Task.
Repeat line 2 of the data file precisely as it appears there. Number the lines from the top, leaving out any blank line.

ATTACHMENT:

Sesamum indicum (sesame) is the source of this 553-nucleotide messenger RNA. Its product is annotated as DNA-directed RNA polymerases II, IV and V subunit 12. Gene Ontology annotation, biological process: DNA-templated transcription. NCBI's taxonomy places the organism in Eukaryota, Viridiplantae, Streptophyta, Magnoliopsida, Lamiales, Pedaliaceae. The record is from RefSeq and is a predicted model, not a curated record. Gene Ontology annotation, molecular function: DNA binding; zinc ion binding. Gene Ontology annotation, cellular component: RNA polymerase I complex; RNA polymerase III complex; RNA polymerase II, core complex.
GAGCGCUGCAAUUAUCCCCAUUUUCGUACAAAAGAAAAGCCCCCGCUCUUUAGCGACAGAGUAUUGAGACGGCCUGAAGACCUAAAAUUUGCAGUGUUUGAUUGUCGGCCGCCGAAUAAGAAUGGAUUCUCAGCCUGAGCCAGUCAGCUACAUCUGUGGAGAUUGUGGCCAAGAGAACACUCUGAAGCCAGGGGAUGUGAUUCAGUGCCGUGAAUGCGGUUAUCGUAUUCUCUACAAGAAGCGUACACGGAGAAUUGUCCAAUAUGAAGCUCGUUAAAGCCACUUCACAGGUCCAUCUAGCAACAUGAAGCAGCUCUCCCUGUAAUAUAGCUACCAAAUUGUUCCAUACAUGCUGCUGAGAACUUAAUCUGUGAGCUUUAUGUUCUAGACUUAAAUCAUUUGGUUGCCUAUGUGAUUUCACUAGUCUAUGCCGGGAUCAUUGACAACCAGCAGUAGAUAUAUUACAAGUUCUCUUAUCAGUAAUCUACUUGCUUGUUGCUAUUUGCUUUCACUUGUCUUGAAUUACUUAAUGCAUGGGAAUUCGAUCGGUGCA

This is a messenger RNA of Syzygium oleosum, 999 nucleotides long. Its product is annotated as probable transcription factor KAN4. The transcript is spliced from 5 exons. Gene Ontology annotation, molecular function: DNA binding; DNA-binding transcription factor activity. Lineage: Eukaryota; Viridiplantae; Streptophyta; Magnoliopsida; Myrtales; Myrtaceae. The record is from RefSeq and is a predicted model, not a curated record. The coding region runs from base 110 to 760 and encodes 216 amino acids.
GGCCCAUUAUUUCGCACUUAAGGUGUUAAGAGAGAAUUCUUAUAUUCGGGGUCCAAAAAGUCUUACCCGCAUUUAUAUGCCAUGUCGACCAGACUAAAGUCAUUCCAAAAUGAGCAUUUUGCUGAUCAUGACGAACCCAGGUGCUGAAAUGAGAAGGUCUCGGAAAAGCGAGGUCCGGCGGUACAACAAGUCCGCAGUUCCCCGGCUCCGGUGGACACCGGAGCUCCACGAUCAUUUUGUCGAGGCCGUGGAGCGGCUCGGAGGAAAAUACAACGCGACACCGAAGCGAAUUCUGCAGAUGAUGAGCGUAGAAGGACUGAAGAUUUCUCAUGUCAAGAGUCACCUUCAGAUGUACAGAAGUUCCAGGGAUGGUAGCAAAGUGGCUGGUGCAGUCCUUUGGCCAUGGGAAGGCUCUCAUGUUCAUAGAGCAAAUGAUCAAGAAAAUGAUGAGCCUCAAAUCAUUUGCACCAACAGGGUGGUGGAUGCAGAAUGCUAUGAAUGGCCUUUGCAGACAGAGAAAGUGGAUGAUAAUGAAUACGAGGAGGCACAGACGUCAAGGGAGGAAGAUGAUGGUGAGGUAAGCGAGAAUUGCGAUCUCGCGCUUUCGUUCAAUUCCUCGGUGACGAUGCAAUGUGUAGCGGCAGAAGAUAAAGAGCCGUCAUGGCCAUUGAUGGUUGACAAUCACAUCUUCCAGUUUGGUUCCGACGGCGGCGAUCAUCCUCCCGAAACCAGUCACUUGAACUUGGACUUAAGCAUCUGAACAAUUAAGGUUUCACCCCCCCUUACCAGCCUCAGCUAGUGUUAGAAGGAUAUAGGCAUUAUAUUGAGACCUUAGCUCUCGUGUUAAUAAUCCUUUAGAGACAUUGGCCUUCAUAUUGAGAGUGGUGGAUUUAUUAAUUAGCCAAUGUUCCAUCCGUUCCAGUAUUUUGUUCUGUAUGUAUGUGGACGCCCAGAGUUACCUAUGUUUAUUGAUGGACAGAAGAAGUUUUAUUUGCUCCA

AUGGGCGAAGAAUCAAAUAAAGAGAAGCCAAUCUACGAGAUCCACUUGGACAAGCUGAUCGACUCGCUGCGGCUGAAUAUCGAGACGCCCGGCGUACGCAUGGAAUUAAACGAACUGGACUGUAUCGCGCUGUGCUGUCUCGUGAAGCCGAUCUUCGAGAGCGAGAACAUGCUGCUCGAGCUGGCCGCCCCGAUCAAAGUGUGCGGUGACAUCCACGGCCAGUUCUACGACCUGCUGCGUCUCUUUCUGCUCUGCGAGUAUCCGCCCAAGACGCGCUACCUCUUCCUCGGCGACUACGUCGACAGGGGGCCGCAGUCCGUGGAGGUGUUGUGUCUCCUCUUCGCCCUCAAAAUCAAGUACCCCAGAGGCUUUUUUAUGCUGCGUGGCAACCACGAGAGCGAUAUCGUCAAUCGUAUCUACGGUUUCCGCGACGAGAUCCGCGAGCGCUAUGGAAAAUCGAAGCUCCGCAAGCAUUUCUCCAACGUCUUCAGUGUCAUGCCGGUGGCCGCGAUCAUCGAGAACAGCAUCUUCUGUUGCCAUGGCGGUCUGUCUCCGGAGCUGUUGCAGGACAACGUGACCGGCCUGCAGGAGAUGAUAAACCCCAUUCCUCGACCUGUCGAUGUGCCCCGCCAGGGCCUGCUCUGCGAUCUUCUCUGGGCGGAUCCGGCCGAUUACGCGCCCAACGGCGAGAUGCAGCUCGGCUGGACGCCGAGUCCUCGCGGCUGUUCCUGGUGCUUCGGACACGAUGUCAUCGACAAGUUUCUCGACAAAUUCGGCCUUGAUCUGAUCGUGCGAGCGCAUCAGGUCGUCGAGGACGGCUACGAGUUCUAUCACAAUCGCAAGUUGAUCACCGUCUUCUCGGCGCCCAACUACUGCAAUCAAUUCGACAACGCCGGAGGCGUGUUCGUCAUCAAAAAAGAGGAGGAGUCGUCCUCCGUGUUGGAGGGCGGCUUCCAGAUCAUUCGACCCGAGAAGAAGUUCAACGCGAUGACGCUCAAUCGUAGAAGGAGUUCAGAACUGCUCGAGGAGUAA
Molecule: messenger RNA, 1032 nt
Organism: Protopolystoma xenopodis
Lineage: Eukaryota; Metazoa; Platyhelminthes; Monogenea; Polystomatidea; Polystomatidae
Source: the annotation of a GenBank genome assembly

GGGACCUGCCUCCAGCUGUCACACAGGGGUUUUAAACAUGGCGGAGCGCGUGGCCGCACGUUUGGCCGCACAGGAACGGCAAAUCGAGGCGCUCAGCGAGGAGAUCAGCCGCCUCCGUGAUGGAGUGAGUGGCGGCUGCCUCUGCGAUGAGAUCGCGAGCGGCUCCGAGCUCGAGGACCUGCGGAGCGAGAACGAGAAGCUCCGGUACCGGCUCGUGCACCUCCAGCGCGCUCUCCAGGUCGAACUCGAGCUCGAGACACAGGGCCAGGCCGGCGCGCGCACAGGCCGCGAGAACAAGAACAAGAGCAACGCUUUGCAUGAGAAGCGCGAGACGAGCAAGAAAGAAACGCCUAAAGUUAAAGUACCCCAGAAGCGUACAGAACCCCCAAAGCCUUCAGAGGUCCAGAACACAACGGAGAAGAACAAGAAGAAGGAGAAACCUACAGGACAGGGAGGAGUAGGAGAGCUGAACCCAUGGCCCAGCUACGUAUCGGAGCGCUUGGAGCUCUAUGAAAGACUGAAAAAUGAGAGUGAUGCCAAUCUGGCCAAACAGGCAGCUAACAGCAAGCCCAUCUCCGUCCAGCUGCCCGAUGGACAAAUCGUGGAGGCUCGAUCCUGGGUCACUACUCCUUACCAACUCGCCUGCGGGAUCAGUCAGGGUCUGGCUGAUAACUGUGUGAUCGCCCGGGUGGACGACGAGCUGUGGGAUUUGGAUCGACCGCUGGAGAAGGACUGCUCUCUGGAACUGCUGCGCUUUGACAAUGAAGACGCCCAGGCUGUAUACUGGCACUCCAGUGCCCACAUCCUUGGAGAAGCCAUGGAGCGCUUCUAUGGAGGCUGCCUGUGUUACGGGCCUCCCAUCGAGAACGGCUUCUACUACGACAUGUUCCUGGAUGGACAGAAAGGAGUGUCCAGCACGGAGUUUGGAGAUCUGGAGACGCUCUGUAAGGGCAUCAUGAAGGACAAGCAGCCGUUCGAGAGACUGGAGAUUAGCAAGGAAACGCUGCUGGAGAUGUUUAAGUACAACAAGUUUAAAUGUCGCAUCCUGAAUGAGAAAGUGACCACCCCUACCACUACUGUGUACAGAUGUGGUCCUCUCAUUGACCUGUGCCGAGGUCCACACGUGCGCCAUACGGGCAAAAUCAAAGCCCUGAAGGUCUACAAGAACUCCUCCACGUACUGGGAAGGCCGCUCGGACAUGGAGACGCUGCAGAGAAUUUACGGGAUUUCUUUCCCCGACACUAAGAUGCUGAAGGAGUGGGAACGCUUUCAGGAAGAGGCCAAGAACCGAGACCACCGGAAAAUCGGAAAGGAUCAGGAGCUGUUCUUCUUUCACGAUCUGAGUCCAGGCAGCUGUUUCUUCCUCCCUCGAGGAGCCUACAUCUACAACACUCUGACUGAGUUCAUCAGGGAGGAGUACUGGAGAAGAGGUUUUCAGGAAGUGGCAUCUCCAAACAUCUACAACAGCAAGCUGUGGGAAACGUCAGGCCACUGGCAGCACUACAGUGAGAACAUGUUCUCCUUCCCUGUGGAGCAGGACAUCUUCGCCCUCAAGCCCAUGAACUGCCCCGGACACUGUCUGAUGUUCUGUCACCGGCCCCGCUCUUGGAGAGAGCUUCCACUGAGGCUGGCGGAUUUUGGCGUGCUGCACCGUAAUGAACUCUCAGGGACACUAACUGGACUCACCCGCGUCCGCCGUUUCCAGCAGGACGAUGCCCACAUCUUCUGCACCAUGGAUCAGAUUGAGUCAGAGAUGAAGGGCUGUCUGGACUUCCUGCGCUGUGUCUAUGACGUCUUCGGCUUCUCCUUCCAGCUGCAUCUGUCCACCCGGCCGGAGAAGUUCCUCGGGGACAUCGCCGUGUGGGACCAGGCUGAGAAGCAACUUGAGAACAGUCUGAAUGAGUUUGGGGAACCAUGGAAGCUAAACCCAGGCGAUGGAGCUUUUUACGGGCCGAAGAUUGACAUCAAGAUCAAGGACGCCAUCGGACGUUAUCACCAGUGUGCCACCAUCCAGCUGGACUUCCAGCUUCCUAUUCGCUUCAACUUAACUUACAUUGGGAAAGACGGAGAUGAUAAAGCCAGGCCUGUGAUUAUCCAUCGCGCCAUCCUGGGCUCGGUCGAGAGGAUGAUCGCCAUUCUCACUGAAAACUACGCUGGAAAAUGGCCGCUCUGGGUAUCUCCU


GAGCGCUGCAAUUAUCCCCAUUUUCGUACAAAAGAAAAGCCCCCGCUCUUUAGCGACAGAGUAUUGAGACGGCCUGAAGACCUAAAAUUUGCAGUGUUUGAUUGUCGGCCGCCGAAUAAGAAUGGAUUCUCAGCCUGAGCCAGUCAGCUACAUCUGUGGAGAUUGUGGCCAAGAGAACACUCUGAAGCCAGGGGAUGUGAUUCAGUGCCGUGAAUGCGGUUAUCGUAUUCUCUACAAGAAGCGUACACGGAGAAUUGUCCAAUAUGAAGCUCGUUAAAGCCACUUCACAGGUCCAUCUAGCAACAUGAAGCAGCUCUCCCUGUAAUAUAGCUACCAAAUUGUUCCAUACAUGCUGCUGAGAACUUAAUCUGUGAGCUUUAUGUUCUAGACUUAAAUCAUUUGGUUGCCUAUGUGAUUUCACUAGUCUAUGCCGGGAUCAUUGACAACCAGCAGUAGAUAUAUUACAAGUUCUCUUAUCAGUAAUCUACUUGCUUGUUGCUAUUUGCUUUCACUUGUCUUGAAUUACUUAAUGCAUGGGAAUUCGAUCGGUGCA